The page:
Introduction

Wagering game players often desire a variety of wagering game content. Some wagering game designers have enhanced wagering game content by creating primary wagering games that trigger secondary games. For example, designers have created primary slots games that trigger secondary games (a.k.a. bonus games) when certain reel combinations occur (e.g., all cherries). During the secondary games, outcomes are often determined by random selection and displayed on spinning wheels or other indicia that reveal cash awards and other results.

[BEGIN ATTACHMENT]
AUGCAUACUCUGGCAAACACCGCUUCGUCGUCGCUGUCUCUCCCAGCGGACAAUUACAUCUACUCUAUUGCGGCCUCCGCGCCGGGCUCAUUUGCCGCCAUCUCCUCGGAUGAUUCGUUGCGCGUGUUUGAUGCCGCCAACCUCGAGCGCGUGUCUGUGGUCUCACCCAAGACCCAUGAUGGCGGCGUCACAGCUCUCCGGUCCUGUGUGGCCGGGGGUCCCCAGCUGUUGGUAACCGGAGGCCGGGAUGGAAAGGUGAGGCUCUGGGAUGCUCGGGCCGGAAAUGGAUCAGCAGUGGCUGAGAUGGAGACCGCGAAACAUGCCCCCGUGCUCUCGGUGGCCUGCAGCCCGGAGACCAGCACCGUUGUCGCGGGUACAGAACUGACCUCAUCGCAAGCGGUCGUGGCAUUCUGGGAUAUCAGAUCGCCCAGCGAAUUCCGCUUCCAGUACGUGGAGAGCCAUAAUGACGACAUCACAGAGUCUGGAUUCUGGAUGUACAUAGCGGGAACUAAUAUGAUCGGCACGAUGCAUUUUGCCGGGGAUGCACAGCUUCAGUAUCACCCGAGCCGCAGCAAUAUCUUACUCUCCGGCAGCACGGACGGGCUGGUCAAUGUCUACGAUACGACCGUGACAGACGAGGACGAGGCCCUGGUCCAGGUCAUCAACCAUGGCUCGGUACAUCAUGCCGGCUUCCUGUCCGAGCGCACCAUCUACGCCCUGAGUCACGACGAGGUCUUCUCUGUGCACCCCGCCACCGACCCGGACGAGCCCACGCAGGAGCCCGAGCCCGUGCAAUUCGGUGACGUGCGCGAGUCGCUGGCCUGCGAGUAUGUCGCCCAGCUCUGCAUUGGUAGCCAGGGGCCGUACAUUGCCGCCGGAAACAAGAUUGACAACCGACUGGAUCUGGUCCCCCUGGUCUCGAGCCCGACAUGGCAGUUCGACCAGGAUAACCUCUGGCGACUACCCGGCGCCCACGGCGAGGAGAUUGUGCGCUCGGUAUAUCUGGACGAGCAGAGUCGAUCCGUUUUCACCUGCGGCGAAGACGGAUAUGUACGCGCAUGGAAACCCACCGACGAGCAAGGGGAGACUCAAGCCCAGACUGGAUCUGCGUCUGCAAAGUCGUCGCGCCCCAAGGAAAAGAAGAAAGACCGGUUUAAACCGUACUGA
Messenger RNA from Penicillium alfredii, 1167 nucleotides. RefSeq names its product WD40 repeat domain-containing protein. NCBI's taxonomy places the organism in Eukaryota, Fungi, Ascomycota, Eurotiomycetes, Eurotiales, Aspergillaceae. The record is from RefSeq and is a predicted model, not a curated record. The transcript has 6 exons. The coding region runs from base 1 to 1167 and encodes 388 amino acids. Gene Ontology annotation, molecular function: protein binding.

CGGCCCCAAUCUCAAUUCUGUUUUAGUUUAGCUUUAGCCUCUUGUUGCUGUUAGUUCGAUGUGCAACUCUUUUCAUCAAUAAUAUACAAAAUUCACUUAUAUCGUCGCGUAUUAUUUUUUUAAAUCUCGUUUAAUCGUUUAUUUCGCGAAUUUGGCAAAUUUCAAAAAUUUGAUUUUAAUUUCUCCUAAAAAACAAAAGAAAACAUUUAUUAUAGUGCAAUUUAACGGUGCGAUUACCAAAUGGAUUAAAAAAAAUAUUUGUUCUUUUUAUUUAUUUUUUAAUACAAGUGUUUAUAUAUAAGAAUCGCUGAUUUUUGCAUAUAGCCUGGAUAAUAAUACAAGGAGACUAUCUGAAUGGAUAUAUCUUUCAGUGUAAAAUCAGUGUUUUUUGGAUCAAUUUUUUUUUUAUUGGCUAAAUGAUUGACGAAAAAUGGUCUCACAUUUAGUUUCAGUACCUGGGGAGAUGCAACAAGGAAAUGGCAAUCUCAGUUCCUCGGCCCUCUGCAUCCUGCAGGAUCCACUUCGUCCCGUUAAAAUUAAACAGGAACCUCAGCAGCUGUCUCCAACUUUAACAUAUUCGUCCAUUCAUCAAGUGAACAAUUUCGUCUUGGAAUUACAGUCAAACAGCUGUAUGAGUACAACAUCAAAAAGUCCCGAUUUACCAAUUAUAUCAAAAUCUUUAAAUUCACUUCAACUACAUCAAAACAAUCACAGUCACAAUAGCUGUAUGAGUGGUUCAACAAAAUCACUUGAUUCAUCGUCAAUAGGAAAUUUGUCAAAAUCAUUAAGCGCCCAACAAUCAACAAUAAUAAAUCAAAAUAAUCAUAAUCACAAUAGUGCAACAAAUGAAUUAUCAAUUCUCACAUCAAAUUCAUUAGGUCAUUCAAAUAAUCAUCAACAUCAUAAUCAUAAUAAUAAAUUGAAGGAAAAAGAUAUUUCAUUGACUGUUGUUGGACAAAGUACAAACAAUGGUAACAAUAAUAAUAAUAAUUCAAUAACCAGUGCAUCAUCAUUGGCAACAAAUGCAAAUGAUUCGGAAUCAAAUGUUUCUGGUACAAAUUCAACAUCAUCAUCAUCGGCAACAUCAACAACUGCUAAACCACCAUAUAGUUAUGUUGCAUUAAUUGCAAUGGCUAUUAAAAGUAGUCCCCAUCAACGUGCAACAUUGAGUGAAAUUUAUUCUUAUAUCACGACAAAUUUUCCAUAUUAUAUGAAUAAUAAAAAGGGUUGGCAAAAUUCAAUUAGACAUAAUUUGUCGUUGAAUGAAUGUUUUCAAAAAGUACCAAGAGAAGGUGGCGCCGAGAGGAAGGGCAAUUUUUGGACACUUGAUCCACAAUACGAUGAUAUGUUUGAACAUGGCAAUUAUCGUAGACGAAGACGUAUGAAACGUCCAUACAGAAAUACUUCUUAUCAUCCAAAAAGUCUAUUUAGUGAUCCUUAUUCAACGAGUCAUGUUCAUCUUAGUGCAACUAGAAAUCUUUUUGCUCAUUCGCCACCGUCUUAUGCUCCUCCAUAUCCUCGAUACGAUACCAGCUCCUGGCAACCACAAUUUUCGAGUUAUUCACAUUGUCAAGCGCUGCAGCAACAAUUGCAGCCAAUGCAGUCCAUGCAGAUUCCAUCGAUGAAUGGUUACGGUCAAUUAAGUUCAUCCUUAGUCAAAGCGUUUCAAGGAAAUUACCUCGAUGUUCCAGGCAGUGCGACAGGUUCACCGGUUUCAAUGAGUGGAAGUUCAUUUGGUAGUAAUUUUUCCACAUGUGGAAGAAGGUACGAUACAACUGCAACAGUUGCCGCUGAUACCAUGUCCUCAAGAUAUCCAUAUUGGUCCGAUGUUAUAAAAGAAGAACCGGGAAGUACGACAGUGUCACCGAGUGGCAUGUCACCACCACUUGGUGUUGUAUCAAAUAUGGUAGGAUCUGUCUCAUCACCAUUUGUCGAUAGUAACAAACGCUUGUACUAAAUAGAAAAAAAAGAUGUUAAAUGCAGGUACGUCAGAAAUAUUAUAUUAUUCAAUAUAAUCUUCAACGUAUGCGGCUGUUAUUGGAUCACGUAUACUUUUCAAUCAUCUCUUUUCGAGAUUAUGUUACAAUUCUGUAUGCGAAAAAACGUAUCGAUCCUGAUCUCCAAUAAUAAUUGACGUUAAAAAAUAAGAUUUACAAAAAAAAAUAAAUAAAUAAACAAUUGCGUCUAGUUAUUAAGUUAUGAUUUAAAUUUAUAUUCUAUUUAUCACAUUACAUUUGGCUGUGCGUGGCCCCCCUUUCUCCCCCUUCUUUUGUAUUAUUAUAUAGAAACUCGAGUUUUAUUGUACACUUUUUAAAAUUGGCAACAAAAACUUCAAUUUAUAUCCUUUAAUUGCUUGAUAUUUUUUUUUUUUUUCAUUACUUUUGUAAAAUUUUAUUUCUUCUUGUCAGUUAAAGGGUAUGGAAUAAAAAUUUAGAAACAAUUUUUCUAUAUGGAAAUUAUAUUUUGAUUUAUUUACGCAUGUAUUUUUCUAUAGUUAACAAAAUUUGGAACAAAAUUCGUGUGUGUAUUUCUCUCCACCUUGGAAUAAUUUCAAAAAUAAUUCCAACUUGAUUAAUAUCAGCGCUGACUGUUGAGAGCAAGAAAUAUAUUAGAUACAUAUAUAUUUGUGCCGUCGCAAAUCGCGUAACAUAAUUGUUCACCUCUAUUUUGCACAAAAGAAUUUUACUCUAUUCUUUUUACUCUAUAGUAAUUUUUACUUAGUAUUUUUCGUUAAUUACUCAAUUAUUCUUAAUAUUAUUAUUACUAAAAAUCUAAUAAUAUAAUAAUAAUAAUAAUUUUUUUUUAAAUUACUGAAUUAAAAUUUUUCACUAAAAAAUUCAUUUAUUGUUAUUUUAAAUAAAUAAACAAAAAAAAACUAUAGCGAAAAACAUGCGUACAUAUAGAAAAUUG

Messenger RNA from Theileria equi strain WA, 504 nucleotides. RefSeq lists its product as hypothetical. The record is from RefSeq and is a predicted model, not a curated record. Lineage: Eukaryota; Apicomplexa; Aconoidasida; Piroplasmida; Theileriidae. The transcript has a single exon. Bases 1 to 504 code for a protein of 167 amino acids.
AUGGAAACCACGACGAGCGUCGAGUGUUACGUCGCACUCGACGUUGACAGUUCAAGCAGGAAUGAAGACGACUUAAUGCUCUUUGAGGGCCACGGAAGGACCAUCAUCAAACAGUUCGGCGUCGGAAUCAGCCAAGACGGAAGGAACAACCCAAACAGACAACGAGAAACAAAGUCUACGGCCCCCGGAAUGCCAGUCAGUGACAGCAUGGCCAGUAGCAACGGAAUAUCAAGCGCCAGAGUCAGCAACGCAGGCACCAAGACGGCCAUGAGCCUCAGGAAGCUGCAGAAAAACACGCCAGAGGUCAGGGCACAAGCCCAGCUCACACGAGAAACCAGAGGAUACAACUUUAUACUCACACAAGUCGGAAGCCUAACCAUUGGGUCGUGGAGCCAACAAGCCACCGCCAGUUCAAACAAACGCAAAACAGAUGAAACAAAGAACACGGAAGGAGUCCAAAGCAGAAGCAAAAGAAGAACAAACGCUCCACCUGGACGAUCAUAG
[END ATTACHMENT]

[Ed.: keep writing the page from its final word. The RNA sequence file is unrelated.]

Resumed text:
Some embodiments of the invention enhance wagering game content by enabling players to play multiple games simultaneously. For example, embodiments can enable players to play a poker game in the foreground and participate in a keno game in the background. The poker and keno games are completely independent of one another. Similarly, some embodiments enable players to play secondary games that are independent of any primary game. To accomplish these features, some embodiments provide a system that launches and terminates primary and secondary wagering games, communicates wagering information between the primary and secondary wagering games, and updates player financial accounts to reflect wagers and wins. In some instances, instead having primary games initiate the secondary games, the system enables secondary games themselves to initiate “bonus play”. Thus, some embodiments of the invention provide an infrastructure through which secondary games “listen for” and respond to certain events occurring in the system (e.g., in primary games). As wagers and winning events occur, the system can update player accounts and credit meters.